One of the best bits in the film Lost in Translation is when Bill Murray and Scarlett Johansson end up doing karaoke in a Tokyo bar. Bill Murray belts out Elvis Costello’s What’s so funny ’bout peace, love and understanding? I love the film and I love that scene.
But it’s the song that’s running around the inside of my head just now. Driving to Manchester Airport en route to Kazakhstan for the fourth Congress of Leaders of World and Traditional Religions, I had Elvis (Costello) on CD and played that song four times so I could belt it out with him.
The Congress is also the fourth I will have attended – the first one being back in 2003 in Astana. We came back from that one with all sorts of questions and misgivings – particularly regarding some socio-political phenomena in Kazakhstan itself. I have continued to press those questions ever since, but on the basis that engagement is better than shouting from the sidelines. So, we have persisted in working with other religious leaders and their representatives from all over the world and been able to discuss all sorts of stuff that wouldn’t necessarily be discussed through ordinary diplomacy.
This time we (I am leading a delegation of five from the Church of England) will address themes such as multiculturalism, the role of women, sustainable development and young people. In among these themes there will also be space to address other issues of import and concern. The important thing is to articulate such concerns in ways that will enable them to be heard. There is no value – other than the smug feeling it gives you – in saying things that don’t get heard… however ‘prophetic’ or true.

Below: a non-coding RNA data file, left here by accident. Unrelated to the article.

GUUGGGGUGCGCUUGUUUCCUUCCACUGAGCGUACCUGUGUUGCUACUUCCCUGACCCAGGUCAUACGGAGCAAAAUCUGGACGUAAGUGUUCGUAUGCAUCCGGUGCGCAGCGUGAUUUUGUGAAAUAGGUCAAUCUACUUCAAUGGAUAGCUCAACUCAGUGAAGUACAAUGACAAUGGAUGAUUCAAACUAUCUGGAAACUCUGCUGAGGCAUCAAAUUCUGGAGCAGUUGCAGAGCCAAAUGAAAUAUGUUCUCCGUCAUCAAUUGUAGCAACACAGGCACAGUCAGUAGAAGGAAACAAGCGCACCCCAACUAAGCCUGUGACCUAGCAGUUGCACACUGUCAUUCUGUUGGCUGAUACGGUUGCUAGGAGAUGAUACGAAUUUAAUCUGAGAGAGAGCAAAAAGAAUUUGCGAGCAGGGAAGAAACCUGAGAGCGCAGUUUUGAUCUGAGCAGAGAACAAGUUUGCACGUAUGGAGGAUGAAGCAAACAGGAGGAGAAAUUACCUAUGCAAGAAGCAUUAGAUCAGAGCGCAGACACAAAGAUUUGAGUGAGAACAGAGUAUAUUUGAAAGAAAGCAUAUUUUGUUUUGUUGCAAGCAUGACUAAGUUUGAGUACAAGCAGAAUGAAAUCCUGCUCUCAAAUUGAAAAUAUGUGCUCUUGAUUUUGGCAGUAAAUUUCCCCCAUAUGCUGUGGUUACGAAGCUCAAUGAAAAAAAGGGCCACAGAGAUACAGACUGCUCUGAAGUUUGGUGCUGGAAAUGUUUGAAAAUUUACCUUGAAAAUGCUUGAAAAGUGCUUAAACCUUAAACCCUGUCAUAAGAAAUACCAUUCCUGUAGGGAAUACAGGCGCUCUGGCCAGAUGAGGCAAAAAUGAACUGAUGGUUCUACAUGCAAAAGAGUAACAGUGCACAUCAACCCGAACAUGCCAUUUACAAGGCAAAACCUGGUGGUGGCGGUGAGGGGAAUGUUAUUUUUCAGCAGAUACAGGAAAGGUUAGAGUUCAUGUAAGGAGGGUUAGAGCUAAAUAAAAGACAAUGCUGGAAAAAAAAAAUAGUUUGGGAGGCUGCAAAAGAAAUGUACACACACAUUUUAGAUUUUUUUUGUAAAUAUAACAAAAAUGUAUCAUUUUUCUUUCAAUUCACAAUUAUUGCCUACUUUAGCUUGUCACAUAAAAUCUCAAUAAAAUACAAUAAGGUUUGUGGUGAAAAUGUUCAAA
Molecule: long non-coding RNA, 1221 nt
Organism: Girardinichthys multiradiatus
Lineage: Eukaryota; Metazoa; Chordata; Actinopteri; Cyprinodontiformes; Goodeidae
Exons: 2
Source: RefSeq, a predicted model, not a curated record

There’s nothing funny about peace, love and understanding; but they’re dead hard to work on unless we are satisfied with platitudes and sentimentalism.
Perhaps it isn’t entirely inappropriate that today is Pentecost in the Christian calendar. Before leaving for Manchester I confirmed some adults in a Keighley parish this morning and addressed a vast collection of Christians, passers-by and curious onlookers at a Pentecost celebration in Lister Park, near where we live in Bradford. It was loud, colourful and celebratory. But, it reminded me that Pentecost is not about creating a uniform church or a monochrome culture; rather, the key point about Pentecost (at least, as it was experienced by the ‘outsiders’) was that people from all over the place where enabled to hear the good news of Jesus Christ in ways they could both hear and understand.
The job of the church is to work hard at speaking different ‘languages’ to different people in order that the good news might be heard and understood by a vast diversity of people who don’t start from the same place. This is what makes communication interesting and challenging. But, if it seems to be God’s priority at Pentecost, maybe it should be ours, too.
It might even help create a little more peace, love and understanding if we start from where people actually are and speak a language they understand.
Which, I realise, is a statement of the bleeding obvious (as someone once said).